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After crashing below the crucial $20,000 level, bitcoin remains on the edge with an uncertain outlook. But why are the cryptocurrency and its peers crashing?
After crashing to its lowest level in two years on Saturday, bitcoin has since stabilized just above $20,000 (€19,040) per coin. Crypto assets have seen a wider selloff in the past eight months, with bitcoin losing 60% of its value since the beginning of the year as high inflation and interest rate hikes by central banks weigh on investor sentiment.
From Saturday until late on Sunday Bitcoin was trading below the psychological barrier of $ 20,000, temporarily dropping to $17,800 per coin.
Analytics platform CryptoRank reported that bitcoin dropped to the average price of mining the digital asset — levels last seen in 2020.
Furthermore, the $20,000 barrier is important because institutional investors may sell at this price, exacerbating a negative price spiral.
"The $20,000 level for bitcoin is an important technical level and the dip below may trigger more margin calls resulting in forced liquidations," said Jay Hatfield, chief investment officer at Infrastructure Capital Management in New York.
After falling to its lowest level in two years on Saturday, the most popular cryptocurrency regained some lost ground and was trading at slightly above $20,000 on Monday morning.
Bitcoin's smaller rivals such as ethereum, which is linked to many derivative projects such as non-fungible tokens (NFT), have also been under pressure. Ethereum has crashed 73% in value since beginning of the year.
Cryptoassets witnessed a dream rally last year as investors replete with cash thanks to central banks and governments keeping the money taps wide open to soften the economic damage unleashed by the COVID-19 pandemic lapped up the volatile digital coins. But as cheap money coupled with supply chain bottlenecks and the energy crisis began to drive up inflation to decades-high levels, the rally began to fizzle out as investors looked for safer assets.
To combat inflation, five of the major central banks signaled tighter monetary conditions last week. Among them, the US Federal Reserve raised interest rates by 75 basis points, the biggest hike since 1994, spooking investors. They fear that higher rates could lead to a recession, as they would increase borrowing costs for consumers and businesses and hurt their investments in cryptocurrencies and stocks.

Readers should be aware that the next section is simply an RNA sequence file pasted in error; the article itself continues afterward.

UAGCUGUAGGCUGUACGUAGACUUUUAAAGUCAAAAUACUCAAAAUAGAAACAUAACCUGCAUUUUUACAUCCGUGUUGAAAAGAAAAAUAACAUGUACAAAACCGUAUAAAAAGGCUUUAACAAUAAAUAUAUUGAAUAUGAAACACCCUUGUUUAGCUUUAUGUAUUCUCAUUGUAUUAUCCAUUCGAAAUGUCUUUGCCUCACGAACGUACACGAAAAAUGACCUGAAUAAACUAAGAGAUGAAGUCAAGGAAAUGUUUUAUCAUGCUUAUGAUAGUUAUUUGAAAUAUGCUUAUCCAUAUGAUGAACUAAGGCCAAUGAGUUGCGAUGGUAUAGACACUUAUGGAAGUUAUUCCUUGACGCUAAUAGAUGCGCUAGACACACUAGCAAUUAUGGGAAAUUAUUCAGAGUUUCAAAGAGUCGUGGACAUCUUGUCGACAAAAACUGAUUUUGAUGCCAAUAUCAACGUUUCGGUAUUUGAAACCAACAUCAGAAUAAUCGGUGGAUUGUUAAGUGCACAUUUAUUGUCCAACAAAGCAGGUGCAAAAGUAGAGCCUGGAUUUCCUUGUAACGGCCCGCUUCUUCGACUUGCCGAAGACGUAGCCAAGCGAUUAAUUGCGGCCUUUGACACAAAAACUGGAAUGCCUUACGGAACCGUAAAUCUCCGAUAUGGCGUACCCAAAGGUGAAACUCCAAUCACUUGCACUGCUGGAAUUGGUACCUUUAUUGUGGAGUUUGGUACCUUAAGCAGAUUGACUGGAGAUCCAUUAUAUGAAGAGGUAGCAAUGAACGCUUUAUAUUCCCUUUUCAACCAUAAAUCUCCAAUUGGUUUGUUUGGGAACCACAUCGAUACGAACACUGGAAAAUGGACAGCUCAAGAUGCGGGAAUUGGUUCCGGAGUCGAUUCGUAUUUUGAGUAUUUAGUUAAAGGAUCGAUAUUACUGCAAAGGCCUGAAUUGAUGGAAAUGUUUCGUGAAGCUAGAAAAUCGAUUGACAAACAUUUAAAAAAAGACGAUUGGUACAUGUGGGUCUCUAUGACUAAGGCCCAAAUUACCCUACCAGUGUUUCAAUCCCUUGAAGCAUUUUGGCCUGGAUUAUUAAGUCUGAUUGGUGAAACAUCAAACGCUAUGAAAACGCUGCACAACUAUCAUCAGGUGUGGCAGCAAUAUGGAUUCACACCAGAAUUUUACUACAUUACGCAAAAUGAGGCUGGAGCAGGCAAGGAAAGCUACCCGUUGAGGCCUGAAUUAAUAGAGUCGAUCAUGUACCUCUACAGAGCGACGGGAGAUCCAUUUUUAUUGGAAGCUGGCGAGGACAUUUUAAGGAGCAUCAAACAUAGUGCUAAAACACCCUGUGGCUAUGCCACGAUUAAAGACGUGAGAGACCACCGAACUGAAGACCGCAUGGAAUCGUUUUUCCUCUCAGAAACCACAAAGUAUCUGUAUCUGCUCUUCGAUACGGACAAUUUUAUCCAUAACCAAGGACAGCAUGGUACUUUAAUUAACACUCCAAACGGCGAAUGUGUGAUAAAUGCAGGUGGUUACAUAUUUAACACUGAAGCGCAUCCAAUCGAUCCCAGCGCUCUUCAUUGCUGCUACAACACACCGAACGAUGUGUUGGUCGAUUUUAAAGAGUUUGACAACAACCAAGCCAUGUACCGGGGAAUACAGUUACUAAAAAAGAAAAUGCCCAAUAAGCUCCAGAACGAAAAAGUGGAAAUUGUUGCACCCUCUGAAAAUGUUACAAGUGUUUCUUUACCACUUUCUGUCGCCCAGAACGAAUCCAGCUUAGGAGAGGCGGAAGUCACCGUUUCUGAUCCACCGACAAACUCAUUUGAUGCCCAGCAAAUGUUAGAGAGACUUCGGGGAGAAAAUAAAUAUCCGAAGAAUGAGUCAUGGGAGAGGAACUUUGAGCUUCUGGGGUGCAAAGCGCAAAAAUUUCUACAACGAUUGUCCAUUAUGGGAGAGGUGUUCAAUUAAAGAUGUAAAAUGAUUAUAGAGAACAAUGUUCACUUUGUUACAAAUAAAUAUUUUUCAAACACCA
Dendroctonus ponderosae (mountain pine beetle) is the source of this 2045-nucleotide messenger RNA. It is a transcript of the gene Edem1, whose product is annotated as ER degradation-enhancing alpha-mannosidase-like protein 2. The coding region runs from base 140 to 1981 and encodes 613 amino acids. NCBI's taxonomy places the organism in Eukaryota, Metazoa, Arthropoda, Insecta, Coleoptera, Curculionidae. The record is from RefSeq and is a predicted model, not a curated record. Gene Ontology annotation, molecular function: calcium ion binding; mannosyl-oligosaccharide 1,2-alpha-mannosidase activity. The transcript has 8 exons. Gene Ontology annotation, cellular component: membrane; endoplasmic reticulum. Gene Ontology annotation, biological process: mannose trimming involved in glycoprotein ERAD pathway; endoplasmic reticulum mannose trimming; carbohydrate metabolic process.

"Rising interest rates, an acute risk-off mood across markets, a thinning of liquidity is all to blame: in short the end of free money from the Fed means the artificial pump that created these assets is no longer working," Neil Wilson at Markets.com told AFP news agency.
The sell-off in crypto comes amid a wider slump in asset prices. The US S&P 500 stocks index has been on a downhill as fears of recession in the world's largest economy grow. US central banker Loretta Mester said on Sunday the risk of a recession in the country has gone up.
"Most of these major central banks are praying for some relief from inflation and hoping the data falls in line, but unless there is a detente in the Ukraine-Russia war, escalation will continue to drive energy price fears so it could be a tough road ahead," Stephen Innes of SPI Asset Management told AFP.
Exacerbated by inflationary worries, the world of crypto has seen the collapse of a range of projects, among them stablecoin terraUSD and its associated token luna. Last week, cryptolender Celsius sent shockwaves among investors when it paused withdrawal of funds for customers.
This weekend, one of the biggest players in crypto, Singapore-based Three Arrows missed payments to lenders. The crypto hedge fund's troubles added to investors' doubts.
Major crypto companies have responded to the current slump as well. Cryptolender BlockFi and crypto exchange Coinbase have recently cut their staff by about 20% each. Several crypto exchange platforms halted trading recently to stem investor outflows.
"Even the loudest crypto cheerleaders from the big rally are now quiet. They are still optimistic long term but they are not saying this is the time to buy the dip," said Edward Moya, senior market analyst with OANDA.
The crypto crash comes after institutional investors piled record amounts of money into the sector in 2021. CB Insights, a research firm, reports that funding for blockchain projects reached $25.2 billion in 2021, up by 713% from the previous year.
El Salvadorians were protesting against the introduction of bitcoin fearing their money would be worth nothing
El Salvador in 2021 became the first country to accept bitcoin as legal tender. President Nayib Bukele's administration has spent about $105 million to buy bitcoin since then. The Latin American country paid about $46,000 per bitcoin on average — more than twice the value of the coins today.
Nevertheless, El Salvador's president is doubling down on the cryptoasset, suggesting on Twitter not to worry about bitcoin's price but rather "enjoy life."
Just two months ago, the Central African Republic also adopted bitcoin as legal tender. The country's president Faustin-Archange Touadera also took to Twitter last week to underline his trust in the digital coin.
Touadéra argued that the current crash is transitory and held firm in his judgment that bitcoin would bring "long-term prosperity."